Puerto Rico government asks UN to reclassify island as territory
SAN JUAN – Puerto Rico Secretary of State Luis Rivera Marín on Monday asked the United Nations’ Special Committee on Decolonization for Puerto Rico’s return to the list of non-self-governing countries.
The United States was exempted in 1953 of reporting annually to the UN about the colony of Puerto Rico after the approval of the Free Associated State, or commonwealth status, and would again force the U.S. government to provide the annual report.
The UN committee, as it has other years, listened to a wide range of Puerto Ricans who appeared in most cases to defend the right of Puerto Rico to obtain its independence, among them the pro-independence activist Oscar López Rivera, who was recently released from being jailed for about 35 years for his alleged involvement with the Armed Forces of National Liberation, which operated out Chicago.
Following his presentation, Rivera Marín complained that his time to depose had been limited.
“It is highly reprehensible that I was limited in my speech today morning at the UN Decolonization Committee hearing. I went to offer the official position of the Government of Puerto Rico, the Governor of Puerto Rico, Ricardo Rosselló, and I was silenced before my testimony was completed. This contrasts with the preferential turn given to Oscar López Rivera of speaking in excess of the time given other deponents,” he said in written statements.
The official also asked the international body, that instead of backing independence, to support the proposal to make Puerto Rico the 51st U.S. state.
He affirmed that statehood has won the last two status referenduims held in Puerto Rico, and “with great respect we demand of this committee not to usurp the democratic expression of Puerto Ricans by adopting resolutions in support of the independence of Puerto Rico.”
“Independence no longer represents us and statehood or integration is a non-colonial status recognized by the United Nations General Assembly Resolution 1541 (XV). In fact, last year the United States Government recognized statehood as a valid option in this international forum. We request that Puerto Rico’s right to self-determination be supported including the alternative chosen by the people in 2012 and 2017,” Rivera Marín said on behalf of Gov. Rosselló.
Regarding his request for the U.S. government to re-submit to the UN reports on the colonial condition of Puerto Rico, Rivera Marín said, “It is evident that the representations made by the United States of America in 1953, asserting that Puerto Ricans enjoyed…self-government, guaranteed by the alleged unalterable pact that such a relationship entailed, ended up being dissolved last year by all the branches of the United States Government,” he said.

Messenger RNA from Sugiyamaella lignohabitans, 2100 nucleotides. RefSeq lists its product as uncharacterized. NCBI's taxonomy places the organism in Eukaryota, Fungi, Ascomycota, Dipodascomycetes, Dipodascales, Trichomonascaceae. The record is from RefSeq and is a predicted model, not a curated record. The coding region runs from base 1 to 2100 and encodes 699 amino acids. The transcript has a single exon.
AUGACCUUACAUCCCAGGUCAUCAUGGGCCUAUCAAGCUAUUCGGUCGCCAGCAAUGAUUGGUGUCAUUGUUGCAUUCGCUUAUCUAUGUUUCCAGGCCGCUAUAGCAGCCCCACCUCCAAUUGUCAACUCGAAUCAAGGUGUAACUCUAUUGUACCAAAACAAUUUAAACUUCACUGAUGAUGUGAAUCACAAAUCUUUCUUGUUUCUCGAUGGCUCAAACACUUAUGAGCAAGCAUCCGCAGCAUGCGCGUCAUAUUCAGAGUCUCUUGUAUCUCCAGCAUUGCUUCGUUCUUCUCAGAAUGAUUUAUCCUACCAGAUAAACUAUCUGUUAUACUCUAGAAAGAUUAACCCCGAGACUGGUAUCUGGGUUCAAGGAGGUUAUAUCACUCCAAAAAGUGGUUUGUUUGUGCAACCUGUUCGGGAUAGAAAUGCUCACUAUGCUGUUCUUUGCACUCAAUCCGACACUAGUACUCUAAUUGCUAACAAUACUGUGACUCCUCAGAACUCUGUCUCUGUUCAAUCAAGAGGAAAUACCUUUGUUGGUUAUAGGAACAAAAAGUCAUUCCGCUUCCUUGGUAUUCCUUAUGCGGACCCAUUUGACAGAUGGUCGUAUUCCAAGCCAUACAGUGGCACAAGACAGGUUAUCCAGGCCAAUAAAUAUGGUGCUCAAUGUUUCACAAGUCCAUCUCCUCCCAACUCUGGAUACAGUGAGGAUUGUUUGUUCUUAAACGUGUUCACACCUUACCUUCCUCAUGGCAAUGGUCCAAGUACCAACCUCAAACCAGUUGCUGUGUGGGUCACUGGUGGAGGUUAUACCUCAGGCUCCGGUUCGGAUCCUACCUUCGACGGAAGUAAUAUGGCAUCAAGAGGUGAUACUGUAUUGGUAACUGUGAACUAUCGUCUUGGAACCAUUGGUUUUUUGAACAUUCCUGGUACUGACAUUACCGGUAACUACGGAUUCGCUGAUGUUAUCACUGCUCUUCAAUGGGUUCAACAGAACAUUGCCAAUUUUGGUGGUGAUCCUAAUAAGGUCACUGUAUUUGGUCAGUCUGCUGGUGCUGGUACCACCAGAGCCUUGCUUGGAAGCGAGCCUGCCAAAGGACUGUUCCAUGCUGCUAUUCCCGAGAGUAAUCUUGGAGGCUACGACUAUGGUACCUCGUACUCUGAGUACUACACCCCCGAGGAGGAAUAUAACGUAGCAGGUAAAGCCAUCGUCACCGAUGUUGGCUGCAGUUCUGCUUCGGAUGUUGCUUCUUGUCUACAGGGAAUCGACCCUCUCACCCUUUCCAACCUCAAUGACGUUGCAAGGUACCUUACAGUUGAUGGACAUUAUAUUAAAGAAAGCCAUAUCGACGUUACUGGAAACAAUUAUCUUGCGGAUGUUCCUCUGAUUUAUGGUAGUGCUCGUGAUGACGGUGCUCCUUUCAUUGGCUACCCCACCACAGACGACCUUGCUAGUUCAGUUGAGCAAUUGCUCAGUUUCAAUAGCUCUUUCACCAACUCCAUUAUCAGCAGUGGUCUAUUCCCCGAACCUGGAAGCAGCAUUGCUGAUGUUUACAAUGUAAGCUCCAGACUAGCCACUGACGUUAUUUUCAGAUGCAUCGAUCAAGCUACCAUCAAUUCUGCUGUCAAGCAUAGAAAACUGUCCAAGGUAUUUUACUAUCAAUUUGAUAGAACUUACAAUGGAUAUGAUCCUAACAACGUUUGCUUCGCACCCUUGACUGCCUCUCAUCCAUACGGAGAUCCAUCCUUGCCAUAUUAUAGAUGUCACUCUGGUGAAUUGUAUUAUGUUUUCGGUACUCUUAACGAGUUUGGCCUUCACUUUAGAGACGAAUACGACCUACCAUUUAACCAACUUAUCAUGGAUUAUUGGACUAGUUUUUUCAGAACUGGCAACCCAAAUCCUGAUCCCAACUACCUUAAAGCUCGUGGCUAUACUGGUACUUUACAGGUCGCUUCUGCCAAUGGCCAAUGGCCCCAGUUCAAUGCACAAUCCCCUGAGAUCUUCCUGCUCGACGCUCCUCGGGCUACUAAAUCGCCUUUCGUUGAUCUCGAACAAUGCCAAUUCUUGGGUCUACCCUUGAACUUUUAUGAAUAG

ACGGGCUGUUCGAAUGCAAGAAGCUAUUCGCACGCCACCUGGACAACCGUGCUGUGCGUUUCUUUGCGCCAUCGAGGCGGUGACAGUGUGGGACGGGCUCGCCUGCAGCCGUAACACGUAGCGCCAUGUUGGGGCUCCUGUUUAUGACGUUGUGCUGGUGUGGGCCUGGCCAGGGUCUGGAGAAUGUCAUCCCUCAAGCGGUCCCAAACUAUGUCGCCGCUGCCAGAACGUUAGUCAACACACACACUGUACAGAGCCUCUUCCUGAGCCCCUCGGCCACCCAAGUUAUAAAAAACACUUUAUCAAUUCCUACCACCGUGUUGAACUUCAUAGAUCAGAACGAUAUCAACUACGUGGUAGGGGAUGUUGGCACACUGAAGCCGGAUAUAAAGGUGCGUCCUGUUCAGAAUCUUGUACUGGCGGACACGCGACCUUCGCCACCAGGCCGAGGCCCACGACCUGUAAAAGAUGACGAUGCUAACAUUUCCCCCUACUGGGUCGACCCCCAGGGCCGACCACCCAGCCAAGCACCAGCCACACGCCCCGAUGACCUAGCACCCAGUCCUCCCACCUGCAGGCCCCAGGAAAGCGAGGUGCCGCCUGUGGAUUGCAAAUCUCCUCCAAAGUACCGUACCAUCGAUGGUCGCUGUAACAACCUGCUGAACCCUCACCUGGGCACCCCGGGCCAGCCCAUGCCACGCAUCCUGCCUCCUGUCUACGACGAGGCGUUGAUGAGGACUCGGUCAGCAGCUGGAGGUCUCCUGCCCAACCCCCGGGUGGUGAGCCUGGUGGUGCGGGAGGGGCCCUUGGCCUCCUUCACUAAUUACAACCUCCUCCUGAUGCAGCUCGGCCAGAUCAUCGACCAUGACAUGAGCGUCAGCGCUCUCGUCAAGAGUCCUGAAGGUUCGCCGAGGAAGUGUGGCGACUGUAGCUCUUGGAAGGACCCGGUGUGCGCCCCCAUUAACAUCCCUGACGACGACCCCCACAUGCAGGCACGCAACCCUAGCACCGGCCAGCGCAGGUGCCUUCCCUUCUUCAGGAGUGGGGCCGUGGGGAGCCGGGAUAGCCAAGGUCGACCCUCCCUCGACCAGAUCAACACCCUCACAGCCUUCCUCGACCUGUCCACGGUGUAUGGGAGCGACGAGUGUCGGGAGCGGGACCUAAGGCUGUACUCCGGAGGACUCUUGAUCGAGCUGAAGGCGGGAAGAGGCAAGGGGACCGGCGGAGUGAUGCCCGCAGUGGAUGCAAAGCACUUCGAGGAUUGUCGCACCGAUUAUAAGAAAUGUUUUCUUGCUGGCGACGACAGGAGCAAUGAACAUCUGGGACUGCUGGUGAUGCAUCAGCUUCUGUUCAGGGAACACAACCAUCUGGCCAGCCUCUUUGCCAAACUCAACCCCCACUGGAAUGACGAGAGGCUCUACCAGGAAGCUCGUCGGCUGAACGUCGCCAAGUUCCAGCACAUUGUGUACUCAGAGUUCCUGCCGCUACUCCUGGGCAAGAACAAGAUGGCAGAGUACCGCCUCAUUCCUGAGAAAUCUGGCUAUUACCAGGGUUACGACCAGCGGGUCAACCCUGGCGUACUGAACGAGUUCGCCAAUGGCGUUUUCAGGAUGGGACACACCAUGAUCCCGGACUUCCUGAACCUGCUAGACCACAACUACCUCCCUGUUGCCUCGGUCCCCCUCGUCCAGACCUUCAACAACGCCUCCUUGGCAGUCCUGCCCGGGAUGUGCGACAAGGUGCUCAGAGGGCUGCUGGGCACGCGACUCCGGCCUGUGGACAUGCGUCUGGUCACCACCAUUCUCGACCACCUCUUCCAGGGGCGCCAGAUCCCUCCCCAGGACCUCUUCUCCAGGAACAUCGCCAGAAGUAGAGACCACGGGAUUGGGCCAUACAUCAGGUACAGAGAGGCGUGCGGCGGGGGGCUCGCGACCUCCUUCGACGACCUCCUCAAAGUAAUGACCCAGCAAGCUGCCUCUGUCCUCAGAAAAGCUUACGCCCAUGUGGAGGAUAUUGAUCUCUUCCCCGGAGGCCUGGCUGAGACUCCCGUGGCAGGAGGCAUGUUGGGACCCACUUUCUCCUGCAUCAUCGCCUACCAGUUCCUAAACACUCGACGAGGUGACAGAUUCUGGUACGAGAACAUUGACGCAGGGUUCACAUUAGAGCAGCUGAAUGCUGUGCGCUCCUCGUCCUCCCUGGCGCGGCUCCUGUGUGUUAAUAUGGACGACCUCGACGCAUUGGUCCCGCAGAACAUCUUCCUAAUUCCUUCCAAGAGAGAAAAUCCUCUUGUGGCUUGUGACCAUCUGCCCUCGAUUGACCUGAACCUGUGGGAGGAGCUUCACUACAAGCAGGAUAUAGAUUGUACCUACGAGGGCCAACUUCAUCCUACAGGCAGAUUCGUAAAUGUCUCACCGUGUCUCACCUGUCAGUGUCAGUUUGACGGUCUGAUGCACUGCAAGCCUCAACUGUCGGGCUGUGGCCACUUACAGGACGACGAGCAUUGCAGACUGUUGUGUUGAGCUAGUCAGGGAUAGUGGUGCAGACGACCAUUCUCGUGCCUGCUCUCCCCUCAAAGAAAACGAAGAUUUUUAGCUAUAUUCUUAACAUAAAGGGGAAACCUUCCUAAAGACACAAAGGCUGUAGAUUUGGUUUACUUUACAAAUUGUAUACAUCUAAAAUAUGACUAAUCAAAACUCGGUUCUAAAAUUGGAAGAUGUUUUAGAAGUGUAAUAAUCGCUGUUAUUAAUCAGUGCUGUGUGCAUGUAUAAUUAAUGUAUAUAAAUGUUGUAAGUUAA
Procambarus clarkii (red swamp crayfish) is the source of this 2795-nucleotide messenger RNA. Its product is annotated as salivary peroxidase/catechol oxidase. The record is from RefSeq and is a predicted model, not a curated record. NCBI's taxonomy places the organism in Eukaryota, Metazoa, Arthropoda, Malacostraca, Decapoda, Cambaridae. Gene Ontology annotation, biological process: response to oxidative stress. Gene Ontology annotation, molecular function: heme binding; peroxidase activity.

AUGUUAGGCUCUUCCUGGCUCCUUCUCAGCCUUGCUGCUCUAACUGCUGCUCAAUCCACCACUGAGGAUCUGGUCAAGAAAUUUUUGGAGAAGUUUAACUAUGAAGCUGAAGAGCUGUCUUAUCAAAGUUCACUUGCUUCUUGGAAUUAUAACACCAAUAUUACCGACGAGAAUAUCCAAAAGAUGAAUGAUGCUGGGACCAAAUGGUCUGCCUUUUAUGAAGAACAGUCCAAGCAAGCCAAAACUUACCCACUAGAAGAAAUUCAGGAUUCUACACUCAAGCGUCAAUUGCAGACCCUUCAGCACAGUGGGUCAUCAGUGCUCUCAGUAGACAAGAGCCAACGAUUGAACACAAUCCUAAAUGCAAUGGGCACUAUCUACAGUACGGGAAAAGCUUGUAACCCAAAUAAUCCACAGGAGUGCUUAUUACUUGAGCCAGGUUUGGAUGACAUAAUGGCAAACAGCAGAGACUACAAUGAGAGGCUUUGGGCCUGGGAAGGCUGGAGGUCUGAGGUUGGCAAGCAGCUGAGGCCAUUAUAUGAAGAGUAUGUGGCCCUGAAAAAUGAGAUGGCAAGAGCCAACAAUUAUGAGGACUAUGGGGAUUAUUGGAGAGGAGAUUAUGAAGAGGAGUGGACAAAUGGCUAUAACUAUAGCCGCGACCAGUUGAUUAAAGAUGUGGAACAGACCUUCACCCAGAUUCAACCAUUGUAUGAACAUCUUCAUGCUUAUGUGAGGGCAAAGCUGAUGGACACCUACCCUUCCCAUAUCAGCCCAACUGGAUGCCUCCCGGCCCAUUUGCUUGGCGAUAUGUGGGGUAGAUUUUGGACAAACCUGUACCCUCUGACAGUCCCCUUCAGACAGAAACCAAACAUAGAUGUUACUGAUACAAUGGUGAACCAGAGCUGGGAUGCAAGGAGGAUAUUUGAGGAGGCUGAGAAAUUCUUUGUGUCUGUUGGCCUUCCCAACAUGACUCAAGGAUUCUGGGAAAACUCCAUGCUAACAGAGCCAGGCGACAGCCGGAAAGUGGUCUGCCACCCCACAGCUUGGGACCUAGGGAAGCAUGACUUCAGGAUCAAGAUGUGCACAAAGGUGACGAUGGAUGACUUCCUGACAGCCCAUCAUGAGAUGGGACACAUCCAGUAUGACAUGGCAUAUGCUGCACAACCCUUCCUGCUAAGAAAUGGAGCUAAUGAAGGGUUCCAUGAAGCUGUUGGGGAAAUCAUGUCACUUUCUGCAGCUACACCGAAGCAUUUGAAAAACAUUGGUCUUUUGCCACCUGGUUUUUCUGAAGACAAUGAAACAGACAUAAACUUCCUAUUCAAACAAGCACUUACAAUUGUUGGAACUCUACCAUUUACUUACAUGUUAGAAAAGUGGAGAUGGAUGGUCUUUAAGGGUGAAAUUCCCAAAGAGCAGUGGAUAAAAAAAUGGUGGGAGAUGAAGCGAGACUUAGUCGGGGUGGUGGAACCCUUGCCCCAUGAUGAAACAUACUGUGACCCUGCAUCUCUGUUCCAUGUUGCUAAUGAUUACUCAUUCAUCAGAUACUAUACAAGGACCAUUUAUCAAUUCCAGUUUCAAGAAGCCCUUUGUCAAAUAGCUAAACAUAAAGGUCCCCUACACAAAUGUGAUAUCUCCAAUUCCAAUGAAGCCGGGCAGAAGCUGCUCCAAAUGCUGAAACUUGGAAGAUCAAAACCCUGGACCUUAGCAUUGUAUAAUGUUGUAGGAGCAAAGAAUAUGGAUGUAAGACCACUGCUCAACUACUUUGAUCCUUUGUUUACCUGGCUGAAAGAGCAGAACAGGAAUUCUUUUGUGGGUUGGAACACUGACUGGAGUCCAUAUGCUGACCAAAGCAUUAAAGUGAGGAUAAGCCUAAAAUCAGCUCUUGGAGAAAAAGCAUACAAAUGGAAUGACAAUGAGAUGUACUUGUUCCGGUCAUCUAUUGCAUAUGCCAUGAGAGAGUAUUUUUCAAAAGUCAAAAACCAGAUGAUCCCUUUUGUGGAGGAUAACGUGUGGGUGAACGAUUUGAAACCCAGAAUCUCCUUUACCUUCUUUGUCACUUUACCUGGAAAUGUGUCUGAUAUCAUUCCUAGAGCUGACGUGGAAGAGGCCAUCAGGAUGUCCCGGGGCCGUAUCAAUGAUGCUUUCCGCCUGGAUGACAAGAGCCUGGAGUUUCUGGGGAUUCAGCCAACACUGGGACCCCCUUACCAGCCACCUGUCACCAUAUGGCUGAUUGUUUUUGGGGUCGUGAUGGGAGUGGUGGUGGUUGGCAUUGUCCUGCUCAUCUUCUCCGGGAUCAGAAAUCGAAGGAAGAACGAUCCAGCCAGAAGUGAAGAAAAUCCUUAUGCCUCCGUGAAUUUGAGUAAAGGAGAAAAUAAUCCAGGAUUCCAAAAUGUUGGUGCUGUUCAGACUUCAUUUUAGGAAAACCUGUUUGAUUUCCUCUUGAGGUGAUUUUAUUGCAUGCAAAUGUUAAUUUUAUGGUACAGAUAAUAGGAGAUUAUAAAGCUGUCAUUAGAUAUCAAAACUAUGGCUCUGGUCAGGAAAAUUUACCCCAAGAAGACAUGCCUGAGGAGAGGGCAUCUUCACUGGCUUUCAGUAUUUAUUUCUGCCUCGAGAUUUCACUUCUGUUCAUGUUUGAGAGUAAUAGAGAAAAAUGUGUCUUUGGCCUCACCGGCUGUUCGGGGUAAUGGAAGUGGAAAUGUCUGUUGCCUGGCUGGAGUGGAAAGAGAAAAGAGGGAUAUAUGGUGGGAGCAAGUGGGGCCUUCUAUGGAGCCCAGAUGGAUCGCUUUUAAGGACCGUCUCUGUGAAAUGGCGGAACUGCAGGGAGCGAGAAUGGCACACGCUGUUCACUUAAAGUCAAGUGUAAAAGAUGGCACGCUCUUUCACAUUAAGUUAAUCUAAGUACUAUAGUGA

In his speech, Rivera Marín also denounced the imposition of the oversight board that controls the finances of the government of Puerto Rico and defended the June 11 plebiscite.
He said that since the approval of the federal Promesa law, “the federal Congress has legislated, without representation of Puerto Ricans, an undemocratic board that has powers over the elected government. If that is not colonial, international law does not exist.”
Rivera Marín also asked the committee to validate the results of the recent referendum, in which amid a political opposition boycott and a 23% turnout, 97% of these, or nearly 502,000 voters, picked the statehood status option.
“In democracies, those who vote count, and that was the unequivocal result of our people. It is the duty of this committee, as well as of the Government of the United States of America, to validate this democratic process, which included all possible alternatives, including the current demeaning territorial, colonial, status. After all, according to Chapter 1, Article 1, Section 2 of the Charter of the United Nations, it is a fundamental right to exercise self-determination,” the official said when reading his testimony.
He also defended Rosselló’s decision not to wait for a second review by the U.S. Department of Justice on the alternatives of status and a possible endorsement of the U.S. Congress of the status referendum.
“We refused to postpone the consultation to decolonize Puerto Rico because we have already waited too long and the current colonial status has led us to bankruptcy and unsustainable economic and social crisis,” he said.